This article is a part of the series – Learn NoSQL in Azure where we explore Azure Cosmos DB as a part of the non-relational database system used widely for a variety of applications. Azure Cosmos DB is a part of Microsoft’s serverless databases on Azure which is highly scalable and distributed across all locations that run on Azure. It is offered as a platform as a service (PAAS) from Azure and you can develop databases that have a very high throughput and very low latency. Using Azure Cosmos DB, customers can replicate their data across multiple locations across the globe and also across multiple locations within the same region. This makes Cosmos DB a highly available database service with almost 99.999% availability for reads and writes for multi-region modes and almost 99.99% availability for single-region modes.
In this article, we will focus more on how Azure Cosmos DB works behind the scenes and how can you get started with it using the Azure Portal. We will also explore how Cosmos DB is priced and understand the pricing model in detail.
As already mentioned, Azure Cosmos DB is a multi-modal NoSQL database service that is geographically distributed across multiple Azure locations. This helps customers to deploy the databases across multiple locations around the globe. This is beneficial as it helps to reduce the read latency when the users use the application.
As you can see in the figure above, Azure Cosmos DB is distributed across the globe. Let’s suppose you have a web application that is hosted in India. In that case, the NoSQL database in India will be considered as the master database for writes and all the other databases can be considered as a read replicas. Whenever new data is generated, it is written to the database in India first and then it is synchronized with the other databases.
While maintaining data over multiple regions, the most common challenge is the latency as when the data is made available to the other databases. For example, when data is written to the database in India, users from India will be able to see that data sooner than users from the US. This is due to the latency in synchronization between the two regions. In order to overcome this, there are a few modes that customers can choose from and define how often or how soon they want their data to be made available in the other regions. Azure Cosmos DB offers five levels of consistency which are as follows:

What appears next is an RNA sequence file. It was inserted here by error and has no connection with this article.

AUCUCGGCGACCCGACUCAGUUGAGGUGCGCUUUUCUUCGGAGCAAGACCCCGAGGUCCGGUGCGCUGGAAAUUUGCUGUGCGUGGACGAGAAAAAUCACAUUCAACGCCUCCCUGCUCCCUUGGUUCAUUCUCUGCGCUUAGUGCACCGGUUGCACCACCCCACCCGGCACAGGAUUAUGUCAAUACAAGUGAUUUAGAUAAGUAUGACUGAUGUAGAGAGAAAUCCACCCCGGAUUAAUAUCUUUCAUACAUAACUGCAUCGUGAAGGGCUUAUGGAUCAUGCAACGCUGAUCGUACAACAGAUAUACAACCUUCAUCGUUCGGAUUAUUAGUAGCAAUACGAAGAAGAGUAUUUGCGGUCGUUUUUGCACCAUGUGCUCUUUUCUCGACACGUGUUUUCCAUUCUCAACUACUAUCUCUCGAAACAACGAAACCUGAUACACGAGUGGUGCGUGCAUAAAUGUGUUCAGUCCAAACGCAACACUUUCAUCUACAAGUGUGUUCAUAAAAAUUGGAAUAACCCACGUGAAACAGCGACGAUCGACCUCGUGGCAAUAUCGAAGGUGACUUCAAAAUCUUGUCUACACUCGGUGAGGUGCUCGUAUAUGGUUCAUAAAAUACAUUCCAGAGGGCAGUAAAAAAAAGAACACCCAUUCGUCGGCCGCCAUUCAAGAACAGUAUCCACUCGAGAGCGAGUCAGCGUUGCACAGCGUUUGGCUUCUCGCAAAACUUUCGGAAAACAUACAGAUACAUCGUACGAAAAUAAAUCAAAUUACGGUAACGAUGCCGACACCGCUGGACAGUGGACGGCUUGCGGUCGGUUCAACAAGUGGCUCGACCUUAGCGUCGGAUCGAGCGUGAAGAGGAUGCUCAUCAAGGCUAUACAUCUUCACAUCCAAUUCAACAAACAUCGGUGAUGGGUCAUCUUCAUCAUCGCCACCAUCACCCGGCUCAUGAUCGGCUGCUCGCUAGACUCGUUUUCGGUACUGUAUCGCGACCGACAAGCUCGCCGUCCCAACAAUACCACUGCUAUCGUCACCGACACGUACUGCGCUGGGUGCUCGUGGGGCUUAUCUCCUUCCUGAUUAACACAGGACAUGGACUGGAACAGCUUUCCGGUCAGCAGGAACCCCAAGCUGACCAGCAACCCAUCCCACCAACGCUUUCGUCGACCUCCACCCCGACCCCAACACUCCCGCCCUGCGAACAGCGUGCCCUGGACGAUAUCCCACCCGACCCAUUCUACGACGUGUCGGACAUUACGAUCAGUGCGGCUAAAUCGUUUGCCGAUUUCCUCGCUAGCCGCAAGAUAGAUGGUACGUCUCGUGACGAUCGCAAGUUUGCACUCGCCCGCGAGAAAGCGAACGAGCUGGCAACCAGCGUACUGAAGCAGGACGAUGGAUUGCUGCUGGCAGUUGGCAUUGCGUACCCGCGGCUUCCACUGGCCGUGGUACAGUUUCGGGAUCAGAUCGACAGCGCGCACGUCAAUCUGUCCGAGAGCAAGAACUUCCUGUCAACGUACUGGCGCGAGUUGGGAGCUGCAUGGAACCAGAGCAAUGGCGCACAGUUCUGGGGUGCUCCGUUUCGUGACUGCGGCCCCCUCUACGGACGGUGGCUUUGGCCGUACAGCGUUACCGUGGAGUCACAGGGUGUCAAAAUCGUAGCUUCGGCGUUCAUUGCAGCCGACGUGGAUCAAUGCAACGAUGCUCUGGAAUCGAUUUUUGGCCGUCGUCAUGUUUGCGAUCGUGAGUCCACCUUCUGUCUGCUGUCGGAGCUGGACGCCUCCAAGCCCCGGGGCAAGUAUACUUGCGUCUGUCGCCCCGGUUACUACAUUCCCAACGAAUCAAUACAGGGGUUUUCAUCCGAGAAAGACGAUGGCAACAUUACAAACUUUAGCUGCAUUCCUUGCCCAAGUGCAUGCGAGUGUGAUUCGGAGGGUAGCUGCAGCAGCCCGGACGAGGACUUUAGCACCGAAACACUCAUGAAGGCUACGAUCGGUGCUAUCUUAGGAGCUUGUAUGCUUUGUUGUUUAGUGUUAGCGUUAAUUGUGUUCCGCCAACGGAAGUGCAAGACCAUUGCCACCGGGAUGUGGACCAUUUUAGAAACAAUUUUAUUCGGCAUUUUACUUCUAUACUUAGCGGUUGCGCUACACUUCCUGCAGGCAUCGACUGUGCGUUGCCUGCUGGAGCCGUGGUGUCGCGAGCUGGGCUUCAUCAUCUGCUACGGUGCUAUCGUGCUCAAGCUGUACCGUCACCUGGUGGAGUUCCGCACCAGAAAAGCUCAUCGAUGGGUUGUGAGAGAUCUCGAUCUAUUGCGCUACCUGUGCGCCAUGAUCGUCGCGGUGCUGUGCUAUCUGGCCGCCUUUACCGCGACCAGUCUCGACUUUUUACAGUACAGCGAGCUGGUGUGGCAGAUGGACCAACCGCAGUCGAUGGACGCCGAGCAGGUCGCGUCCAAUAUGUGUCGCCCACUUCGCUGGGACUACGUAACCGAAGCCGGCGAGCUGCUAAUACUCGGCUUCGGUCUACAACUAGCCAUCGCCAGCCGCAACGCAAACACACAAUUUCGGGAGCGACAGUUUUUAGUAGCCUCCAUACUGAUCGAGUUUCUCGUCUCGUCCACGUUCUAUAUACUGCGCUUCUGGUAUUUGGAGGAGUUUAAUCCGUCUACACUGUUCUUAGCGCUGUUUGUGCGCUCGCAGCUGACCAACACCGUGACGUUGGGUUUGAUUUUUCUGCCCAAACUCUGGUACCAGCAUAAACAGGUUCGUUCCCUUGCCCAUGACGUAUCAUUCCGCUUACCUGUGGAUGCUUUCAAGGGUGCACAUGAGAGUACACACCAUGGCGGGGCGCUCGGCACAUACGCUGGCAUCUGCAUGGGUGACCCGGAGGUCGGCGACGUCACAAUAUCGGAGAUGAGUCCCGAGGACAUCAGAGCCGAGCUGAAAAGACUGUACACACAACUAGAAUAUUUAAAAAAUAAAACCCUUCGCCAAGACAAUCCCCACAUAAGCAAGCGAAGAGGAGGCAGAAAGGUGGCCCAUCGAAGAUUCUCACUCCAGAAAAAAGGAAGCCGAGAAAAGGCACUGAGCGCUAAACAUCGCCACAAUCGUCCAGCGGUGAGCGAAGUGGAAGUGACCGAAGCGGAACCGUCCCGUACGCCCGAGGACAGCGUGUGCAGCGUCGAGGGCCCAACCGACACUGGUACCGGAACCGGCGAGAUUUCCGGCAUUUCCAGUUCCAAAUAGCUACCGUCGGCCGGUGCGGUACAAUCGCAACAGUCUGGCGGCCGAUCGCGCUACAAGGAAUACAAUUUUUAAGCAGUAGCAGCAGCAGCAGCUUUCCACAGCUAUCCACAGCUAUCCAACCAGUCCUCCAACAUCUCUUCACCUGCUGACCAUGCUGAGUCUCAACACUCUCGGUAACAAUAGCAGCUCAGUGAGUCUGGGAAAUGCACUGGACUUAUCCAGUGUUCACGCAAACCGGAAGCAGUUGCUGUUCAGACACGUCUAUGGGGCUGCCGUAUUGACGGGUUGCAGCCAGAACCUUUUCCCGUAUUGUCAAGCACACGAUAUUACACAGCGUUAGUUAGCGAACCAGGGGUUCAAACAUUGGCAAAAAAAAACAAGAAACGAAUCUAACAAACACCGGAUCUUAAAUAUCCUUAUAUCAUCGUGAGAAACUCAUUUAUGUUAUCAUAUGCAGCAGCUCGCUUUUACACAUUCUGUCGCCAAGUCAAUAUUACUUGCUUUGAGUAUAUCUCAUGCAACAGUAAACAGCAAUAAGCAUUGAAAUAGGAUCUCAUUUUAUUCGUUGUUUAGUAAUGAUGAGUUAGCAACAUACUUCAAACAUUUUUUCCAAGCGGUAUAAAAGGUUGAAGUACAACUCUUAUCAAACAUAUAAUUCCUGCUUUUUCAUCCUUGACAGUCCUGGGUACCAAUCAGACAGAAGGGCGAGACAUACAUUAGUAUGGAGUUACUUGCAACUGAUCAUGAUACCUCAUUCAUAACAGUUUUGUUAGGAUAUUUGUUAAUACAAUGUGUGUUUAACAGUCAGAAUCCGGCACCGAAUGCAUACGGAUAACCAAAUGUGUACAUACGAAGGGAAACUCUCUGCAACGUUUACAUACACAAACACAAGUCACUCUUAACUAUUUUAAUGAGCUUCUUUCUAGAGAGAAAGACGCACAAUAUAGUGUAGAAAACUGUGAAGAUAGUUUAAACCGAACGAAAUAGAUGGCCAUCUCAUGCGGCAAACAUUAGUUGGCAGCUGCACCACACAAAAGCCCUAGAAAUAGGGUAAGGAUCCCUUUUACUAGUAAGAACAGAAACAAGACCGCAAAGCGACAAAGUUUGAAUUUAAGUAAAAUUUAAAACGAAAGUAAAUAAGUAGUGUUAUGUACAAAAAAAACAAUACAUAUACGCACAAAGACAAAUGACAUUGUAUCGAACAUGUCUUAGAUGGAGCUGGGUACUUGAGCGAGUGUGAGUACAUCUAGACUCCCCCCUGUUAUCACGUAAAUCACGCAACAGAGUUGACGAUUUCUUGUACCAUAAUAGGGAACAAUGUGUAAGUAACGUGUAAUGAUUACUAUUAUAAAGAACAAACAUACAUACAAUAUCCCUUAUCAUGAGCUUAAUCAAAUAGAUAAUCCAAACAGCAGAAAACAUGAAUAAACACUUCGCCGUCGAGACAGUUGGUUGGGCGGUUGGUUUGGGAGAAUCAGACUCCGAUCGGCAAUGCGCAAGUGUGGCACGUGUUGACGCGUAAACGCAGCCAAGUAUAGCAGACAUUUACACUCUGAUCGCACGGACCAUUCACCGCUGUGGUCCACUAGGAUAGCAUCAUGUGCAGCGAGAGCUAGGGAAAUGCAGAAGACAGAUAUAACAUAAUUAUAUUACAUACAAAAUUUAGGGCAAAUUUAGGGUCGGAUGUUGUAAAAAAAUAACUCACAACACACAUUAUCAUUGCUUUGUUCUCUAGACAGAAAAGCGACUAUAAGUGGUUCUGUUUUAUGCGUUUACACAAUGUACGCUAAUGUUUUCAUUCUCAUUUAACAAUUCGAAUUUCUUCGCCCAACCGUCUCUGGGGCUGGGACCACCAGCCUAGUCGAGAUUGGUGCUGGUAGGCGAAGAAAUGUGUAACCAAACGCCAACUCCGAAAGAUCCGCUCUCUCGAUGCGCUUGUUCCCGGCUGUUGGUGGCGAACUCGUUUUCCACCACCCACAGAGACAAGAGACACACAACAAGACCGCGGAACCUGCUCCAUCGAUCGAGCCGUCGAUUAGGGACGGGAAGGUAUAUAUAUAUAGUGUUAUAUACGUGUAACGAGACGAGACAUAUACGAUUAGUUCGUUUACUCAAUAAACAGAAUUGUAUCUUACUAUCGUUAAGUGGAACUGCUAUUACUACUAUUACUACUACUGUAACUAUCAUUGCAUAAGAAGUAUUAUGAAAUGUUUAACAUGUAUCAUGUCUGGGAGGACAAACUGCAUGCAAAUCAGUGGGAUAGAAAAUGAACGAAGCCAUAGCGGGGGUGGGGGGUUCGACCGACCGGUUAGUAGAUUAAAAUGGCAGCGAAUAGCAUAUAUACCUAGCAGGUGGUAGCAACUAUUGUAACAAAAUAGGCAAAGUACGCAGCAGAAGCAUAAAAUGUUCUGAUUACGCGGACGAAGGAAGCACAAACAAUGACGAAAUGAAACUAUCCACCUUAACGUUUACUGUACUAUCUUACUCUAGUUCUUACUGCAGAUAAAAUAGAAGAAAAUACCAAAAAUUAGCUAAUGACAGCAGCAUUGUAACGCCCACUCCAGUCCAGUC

In most common NoSQL databases, there are only two levels – Strong and Eventual. Strong being the most consistent level while Eventual is the least. However, as we move from Strong to Eventual, consistency decreases but availability and throughput increase. This is a trade-off that customers need to decide based on the criticality of their applications. If you want to read in more detail about the consistency levels, the official guide from Microsoft is the easiest to understand. You can refer to it here.
Now that we have some idea about working with the NoSQL database – Azure Cosmos DB on Azure, let us try to understand how the database is priced. In order to work with any cloud-based services, it is essential that you have a sound knowledge of how the services are charged, otherwise, you might end up paying something much higher than your expectations.
If you browse to the pricing page of Azure Cosmos DB, you can see that there are two modes in which the database services are billed.
Let’s learn about this in more detail.
#azure #azure cosmos db #nosql #azure #nosql in azure #azure cosmos db
In this video, we show the Public Preview of the new Azure SDK for Embedded C, designed to allow constrained devices to take advantage of Azure IoT services. We walk you through the sample code to explain how the Azure SDK for Embedded C works and how to get started.
#c #c# #c++ #programming-c